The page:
The Gifts of Gardens

Above: Pat Kelly

Leaves and fronds whisper as they wave gently to and fro in the breeze. Bees buzz among the petals as birds flit and call to one another among the trees. Water flows in a soft murmur down a rock fall near a grotto of Our Lady, shaded by leafy green trees and bushes.

This is Our Lady’s Garden, a decades’ long labor of love for Beverly Thomson.

Thomson, like so many other gardeners, finds working hands in dirt to be a source of peace and renewal. The gardens themselves yield food for both soul and body.

Food for the Spirit

“It started out specifically because I was searching,” she said.

Her husband, Bob, was ill. She had no children, no family close by and felt very alone. She joined the Legion of Mary in 1993, which brought her peace and joy, and a focus on the garden. In the spirit of the legion, she dedicated her efforts to Mary.

Thomson said she told Mary the garden was for her, and gave her labor and love to Mary “in gratitude for seeing me and Bob through all of this.”

The garden grew.

“Whenever I had any money, I bought something and planted it,” Thomson said. She bought slate stones, two at a time, for years.

“When lifting stones and carrying them makes you tired, you sleep well at night,” she said.

Today, garden paths wind through flowering plants, trees and shrubs, while a variety of winsome creatures peek out from underneath leafy fronds or hang amidst the trees. Each turn of the path holds a surprise.

God’s creatures also come to visit this place of peace and beauty. Birds, bees, squirrels, raccoons, deer, rabbits, heron have all been here, and some of them have made a meal out of particularly delicious plantings.

Thomson points to the pond at the bottom of the waterfall. “I had goldfish, and that big old heron came and ate my goldfish up. But I don’t mind. They can munch all they want,” she said.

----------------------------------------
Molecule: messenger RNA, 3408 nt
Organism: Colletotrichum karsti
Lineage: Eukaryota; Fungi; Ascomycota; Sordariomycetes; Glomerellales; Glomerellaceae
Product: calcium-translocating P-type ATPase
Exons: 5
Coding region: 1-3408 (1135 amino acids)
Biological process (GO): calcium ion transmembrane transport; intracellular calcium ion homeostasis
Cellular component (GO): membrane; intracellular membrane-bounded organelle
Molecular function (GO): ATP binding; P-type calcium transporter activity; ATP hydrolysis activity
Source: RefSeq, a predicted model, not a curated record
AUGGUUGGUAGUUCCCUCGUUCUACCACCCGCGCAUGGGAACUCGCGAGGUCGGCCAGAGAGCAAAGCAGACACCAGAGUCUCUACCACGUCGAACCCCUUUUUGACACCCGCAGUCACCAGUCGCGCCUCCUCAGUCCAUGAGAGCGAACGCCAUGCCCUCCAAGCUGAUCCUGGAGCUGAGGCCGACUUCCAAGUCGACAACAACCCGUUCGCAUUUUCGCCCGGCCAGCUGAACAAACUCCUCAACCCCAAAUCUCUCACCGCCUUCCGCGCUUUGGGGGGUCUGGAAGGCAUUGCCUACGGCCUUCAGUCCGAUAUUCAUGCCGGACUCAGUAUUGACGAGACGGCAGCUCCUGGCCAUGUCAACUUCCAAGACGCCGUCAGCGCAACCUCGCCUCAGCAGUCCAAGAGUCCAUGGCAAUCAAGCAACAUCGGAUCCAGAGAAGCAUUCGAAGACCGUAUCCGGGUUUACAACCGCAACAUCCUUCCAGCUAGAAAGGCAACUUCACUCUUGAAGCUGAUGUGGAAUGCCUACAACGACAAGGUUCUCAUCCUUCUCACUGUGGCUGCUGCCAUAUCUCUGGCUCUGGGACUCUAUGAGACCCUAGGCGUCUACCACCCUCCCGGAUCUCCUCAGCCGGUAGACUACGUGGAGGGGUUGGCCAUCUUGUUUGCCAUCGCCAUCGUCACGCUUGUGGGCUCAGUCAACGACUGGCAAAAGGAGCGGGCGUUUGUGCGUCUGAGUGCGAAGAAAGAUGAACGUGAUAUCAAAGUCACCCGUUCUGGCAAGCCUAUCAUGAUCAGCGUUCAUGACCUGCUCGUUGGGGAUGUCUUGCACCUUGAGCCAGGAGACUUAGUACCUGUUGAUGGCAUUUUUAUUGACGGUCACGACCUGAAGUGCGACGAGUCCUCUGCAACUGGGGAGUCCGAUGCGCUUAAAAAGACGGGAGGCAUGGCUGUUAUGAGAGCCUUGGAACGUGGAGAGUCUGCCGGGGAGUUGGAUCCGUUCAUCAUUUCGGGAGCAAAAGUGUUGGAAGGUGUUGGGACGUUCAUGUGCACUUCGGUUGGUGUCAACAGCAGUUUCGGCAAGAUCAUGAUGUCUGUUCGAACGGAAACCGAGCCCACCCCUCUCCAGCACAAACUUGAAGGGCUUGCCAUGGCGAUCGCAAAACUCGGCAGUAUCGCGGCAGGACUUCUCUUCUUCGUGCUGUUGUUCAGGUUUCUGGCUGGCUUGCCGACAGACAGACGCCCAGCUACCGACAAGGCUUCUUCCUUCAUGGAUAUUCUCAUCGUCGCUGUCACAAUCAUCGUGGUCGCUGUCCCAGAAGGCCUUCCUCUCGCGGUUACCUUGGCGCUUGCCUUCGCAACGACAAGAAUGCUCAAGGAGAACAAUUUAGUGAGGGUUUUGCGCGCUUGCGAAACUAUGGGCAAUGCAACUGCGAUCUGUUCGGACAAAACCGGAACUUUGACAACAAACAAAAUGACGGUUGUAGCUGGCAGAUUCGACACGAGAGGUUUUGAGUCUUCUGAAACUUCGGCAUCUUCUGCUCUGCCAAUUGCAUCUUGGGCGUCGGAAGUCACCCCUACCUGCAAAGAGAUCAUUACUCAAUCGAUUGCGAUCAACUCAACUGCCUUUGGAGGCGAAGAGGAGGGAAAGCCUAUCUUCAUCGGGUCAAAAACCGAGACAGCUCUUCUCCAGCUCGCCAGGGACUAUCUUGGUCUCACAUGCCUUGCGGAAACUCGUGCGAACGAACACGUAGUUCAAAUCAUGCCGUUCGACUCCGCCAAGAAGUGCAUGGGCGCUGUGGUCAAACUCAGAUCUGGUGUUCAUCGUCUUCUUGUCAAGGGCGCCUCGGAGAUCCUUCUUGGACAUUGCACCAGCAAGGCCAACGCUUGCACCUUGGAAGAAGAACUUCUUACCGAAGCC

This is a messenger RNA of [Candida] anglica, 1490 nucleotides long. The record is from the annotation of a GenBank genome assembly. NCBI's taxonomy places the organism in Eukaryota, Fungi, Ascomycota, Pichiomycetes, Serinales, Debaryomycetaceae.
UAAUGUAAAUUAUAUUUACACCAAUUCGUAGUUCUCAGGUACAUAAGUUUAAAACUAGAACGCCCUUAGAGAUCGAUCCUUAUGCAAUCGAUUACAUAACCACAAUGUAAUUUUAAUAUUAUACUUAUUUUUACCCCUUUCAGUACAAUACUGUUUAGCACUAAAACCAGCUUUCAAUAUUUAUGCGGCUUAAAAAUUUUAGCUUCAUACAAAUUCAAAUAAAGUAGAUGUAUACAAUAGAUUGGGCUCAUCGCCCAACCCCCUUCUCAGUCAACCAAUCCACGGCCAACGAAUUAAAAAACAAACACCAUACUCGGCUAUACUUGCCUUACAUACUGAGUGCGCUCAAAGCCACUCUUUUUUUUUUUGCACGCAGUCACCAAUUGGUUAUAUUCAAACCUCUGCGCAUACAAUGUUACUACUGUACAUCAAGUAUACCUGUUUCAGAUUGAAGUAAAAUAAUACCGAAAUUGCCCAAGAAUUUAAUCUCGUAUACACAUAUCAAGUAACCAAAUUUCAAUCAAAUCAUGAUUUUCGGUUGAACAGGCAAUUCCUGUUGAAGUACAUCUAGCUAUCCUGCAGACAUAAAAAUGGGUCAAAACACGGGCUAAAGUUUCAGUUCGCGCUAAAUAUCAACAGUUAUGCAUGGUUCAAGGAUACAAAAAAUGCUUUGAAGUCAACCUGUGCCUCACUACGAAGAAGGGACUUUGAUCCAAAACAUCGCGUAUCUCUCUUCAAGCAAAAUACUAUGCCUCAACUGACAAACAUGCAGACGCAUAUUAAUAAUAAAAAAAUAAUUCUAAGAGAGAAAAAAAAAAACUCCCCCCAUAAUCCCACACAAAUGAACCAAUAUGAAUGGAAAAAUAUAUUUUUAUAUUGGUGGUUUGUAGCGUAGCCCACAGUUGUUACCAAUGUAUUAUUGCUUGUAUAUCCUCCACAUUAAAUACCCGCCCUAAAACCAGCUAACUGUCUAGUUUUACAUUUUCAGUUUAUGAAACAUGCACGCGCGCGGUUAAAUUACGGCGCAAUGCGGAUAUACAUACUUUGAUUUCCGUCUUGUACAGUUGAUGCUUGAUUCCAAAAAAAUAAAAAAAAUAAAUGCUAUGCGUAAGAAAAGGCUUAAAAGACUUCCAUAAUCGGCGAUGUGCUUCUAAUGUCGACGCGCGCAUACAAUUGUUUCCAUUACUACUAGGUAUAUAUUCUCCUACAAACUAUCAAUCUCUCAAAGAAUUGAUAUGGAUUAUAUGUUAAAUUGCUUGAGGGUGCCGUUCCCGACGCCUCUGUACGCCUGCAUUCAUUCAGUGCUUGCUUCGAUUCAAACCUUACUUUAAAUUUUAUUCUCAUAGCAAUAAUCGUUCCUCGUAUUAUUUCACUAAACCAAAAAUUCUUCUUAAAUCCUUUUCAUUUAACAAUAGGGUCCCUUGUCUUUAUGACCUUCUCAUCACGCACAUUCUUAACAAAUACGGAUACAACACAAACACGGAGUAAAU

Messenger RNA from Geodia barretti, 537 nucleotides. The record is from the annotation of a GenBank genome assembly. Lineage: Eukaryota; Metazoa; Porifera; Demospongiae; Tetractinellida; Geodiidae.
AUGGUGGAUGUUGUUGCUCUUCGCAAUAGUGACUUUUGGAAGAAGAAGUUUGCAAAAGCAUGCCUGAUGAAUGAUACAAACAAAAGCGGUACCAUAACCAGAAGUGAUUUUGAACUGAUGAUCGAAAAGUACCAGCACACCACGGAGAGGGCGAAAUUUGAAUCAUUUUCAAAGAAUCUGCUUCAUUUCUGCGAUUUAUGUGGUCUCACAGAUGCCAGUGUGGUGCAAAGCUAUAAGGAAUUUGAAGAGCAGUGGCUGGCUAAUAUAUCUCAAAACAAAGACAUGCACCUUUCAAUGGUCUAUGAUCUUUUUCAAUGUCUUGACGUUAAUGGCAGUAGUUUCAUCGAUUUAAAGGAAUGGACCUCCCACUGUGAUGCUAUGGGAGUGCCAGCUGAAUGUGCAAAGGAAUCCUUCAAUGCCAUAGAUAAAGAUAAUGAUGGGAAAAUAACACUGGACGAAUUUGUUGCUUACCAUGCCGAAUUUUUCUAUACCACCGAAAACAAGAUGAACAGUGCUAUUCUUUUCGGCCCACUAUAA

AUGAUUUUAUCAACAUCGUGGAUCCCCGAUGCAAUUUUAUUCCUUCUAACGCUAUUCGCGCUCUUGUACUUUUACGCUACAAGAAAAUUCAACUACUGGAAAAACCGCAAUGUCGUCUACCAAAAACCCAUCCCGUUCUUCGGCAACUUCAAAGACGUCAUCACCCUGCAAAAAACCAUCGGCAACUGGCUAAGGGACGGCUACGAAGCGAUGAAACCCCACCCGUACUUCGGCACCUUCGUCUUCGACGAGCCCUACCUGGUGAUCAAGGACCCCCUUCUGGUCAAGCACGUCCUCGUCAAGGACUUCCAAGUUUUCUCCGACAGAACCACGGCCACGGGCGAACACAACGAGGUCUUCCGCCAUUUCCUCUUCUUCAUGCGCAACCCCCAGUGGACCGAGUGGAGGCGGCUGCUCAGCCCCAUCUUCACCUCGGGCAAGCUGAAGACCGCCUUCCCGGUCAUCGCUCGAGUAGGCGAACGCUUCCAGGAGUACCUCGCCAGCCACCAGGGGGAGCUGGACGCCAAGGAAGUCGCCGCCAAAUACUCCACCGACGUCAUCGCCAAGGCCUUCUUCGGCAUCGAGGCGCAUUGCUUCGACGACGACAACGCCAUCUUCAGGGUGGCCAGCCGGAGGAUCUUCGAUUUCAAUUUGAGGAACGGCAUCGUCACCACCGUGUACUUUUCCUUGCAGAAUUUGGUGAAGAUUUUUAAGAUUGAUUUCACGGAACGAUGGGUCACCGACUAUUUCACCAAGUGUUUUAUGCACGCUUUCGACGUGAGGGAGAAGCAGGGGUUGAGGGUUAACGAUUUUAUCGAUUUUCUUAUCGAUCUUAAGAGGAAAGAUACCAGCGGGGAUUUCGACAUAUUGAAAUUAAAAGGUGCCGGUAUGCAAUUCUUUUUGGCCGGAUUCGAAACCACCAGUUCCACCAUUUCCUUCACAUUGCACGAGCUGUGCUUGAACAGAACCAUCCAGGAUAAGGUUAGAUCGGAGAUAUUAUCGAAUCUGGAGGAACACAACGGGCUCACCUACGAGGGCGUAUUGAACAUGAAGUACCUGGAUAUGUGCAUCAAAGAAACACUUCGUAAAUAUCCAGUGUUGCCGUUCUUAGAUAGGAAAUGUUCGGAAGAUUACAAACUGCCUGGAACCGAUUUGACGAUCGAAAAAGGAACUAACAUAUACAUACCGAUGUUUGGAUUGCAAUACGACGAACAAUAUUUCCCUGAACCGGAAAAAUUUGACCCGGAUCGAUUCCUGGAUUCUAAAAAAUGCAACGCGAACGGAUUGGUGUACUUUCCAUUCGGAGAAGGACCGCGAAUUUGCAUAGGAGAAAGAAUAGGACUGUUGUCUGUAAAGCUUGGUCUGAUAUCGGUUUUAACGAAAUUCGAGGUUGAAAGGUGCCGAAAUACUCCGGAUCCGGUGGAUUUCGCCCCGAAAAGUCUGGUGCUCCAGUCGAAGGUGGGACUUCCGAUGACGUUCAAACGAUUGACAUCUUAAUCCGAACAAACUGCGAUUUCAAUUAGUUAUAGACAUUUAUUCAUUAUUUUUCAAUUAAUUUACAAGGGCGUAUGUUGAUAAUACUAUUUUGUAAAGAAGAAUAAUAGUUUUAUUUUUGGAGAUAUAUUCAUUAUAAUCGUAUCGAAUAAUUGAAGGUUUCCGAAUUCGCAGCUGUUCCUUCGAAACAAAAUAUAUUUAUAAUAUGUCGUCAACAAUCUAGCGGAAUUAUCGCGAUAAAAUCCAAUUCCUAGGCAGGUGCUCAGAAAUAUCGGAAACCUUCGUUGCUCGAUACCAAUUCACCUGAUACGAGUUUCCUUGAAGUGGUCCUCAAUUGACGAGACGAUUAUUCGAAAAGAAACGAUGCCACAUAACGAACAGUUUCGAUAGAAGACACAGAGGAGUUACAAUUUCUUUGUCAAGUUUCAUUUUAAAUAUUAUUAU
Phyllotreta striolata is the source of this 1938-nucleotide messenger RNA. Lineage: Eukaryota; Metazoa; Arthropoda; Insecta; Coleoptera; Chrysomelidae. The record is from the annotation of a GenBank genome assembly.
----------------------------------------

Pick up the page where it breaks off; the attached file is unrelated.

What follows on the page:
Food for the Body

For humans, too, gardens are a source of food and life. The increasing popularity of community gardening has yielded a practical benefit - crops donated by the ton to hungry people who may not otherwise have access to fresh fruits or vegetables.

St. Francis of Assisi Parish in Raleigh started a community garden in 2010 out of a concern for economic social justice and food insecurity in Wake County.

“Care of creation is one of the seven Catholic social justice initiatives, so it fits spiritually,” said Pat Kelly, one of the garden’s founding members.

Working in the garden builds community as well. Speaking of the garden’s many volunteers, she said, “They love the aspect of developing community and being friends and supporters of one another as well as keeping our garden growing and productive.”

And productive it is. Over the years, the garden has averaged donations of 2,000 pounds of vegetables and herbs a year.

St. Francis delivers what they grow to Logan’s Garden Shop in Raleigh as part of the national Plant A Row program, through which home, community and commercial gardeners commit to donate at least one row of their produce to feed the hungry. Logan’s starts gardeners in the program with donations of seeds and soil, then collects and refrigerates fruits, vegetables and herbs gathered from gardens across Wake and Johnson Counties.